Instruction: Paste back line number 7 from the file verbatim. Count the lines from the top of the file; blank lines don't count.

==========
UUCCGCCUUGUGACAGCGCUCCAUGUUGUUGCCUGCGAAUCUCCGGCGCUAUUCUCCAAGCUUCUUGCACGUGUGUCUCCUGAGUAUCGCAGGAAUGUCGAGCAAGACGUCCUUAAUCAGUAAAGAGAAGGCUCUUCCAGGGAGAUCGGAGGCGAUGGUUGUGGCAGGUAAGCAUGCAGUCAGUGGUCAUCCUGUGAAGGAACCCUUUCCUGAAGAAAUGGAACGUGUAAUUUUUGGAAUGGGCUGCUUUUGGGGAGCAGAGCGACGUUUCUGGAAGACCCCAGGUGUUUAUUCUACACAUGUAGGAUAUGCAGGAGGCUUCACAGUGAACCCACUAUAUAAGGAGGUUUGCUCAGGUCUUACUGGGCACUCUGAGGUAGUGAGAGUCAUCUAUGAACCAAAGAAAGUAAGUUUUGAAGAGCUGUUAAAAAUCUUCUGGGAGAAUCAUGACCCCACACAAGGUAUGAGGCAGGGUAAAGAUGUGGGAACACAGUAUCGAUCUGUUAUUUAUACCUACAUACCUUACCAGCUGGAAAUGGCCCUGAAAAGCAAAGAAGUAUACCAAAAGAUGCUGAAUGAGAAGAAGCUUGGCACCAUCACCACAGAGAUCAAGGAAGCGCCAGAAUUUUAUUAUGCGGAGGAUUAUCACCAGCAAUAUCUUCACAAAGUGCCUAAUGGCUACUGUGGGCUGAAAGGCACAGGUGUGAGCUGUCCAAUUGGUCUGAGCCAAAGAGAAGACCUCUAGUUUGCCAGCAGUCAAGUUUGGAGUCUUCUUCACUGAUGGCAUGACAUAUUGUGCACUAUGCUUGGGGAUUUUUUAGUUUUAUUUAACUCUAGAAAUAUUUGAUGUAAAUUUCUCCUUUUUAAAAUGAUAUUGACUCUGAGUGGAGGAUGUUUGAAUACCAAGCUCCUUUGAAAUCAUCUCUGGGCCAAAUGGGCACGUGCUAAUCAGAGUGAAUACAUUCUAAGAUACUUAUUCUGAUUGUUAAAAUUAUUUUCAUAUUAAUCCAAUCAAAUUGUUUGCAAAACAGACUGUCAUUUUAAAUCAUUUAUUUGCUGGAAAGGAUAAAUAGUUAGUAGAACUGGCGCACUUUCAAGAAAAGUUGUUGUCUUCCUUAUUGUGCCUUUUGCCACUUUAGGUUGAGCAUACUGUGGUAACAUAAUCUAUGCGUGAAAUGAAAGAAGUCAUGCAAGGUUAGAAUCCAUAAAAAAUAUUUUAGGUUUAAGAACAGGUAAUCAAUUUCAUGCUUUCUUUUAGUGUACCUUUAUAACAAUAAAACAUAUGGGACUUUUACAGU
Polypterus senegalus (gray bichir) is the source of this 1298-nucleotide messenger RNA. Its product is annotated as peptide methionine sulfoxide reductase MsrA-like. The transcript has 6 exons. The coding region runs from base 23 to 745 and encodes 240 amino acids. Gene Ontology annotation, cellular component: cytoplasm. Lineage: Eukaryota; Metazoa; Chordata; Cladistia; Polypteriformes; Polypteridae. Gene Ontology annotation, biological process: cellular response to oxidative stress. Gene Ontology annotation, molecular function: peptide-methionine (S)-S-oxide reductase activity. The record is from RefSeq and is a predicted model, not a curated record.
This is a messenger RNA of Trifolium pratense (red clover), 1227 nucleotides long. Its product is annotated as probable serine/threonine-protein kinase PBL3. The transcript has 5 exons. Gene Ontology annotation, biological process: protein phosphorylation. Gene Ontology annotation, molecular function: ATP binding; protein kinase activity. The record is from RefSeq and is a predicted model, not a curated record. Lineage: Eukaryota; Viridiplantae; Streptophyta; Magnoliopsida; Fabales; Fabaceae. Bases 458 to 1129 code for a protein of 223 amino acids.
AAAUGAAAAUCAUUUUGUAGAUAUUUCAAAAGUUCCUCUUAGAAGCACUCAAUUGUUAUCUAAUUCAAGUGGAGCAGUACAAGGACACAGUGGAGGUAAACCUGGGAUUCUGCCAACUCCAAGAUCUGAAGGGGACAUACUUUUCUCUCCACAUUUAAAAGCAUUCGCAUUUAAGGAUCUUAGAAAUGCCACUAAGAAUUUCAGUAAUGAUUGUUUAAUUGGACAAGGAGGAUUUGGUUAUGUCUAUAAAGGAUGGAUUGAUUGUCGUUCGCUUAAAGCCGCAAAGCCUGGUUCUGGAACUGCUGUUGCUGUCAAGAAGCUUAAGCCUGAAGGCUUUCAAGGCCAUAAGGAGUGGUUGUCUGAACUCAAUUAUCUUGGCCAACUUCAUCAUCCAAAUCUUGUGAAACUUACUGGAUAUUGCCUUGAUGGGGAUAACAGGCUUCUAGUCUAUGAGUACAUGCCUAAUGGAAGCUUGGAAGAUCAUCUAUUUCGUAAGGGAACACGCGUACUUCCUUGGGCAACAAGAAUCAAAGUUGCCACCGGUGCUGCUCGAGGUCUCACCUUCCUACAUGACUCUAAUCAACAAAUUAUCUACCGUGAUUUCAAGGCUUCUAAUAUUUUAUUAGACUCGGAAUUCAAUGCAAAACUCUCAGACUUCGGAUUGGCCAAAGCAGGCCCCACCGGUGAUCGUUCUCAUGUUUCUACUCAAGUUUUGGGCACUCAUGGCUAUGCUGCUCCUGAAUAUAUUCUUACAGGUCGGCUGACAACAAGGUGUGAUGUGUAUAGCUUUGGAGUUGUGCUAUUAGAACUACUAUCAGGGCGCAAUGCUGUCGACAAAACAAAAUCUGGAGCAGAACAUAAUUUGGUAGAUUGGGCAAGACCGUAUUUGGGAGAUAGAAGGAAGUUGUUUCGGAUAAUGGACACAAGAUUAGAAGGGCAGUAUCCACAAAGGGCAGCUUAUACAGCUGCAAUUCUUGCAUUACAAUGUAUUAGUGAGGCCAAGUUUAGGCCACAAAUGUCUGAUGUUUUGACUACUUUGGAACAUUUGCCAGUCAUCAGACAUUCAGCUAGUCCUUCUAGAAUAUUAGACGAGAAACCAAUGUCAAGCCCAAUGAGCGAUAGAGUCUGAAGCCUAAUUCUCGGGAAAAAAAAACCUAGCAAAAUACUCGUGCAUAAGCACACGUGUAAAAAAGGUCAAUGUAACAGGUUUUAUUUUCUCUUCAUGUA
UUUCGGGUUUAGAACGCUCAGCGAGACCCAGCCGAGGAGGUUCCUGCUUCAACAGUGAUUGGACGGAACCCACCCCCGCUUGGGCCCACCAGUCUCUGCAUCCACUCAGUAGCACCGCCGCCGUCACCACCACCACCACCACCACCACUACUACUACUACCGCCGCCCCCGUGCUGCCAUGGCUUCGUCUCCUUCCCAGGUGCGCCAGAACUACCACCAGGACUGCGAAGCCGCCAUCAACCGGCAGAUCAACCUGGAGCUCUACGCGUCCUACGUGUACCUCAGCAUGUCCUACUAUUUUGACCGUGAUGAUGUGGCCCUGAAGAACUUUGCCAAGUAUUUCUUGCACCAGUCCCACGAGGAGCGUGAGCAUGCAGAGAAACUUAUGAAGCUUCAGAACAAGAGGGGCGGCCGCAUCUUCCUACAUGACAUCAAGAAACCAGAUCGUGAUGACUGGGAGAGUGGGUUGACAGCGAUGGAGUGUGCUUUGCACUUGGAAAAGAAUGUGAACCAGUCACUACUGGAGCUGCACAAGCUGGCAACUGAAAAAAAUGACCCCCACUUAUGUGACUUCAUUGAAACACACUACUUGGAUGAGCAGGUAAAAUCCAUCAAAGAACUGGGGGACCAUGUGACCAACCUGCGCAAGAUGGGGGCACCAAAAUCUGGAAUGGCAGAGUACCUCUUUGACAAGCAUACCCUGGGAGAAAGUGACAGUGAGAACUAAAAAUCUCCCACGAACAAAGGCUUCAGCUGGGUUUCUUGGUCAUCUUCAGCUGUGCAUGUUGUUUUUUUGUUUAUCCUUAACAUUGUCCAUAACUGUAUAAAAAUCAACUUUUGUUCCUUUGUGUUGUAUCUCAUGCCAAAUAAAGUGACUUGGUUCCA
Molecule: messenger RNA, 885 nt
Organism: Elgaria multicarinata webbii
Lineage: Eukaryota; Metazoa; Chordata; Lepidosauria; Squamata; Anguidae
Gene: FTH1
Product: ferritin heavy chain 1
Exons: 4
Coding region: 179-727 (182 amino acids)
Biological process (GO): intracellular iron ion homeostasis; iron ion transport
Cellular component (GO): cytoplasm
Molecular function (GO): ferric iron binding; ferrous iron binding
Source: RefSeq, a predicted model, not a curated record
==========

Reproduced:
Organism: Elgaria multicarinata webbii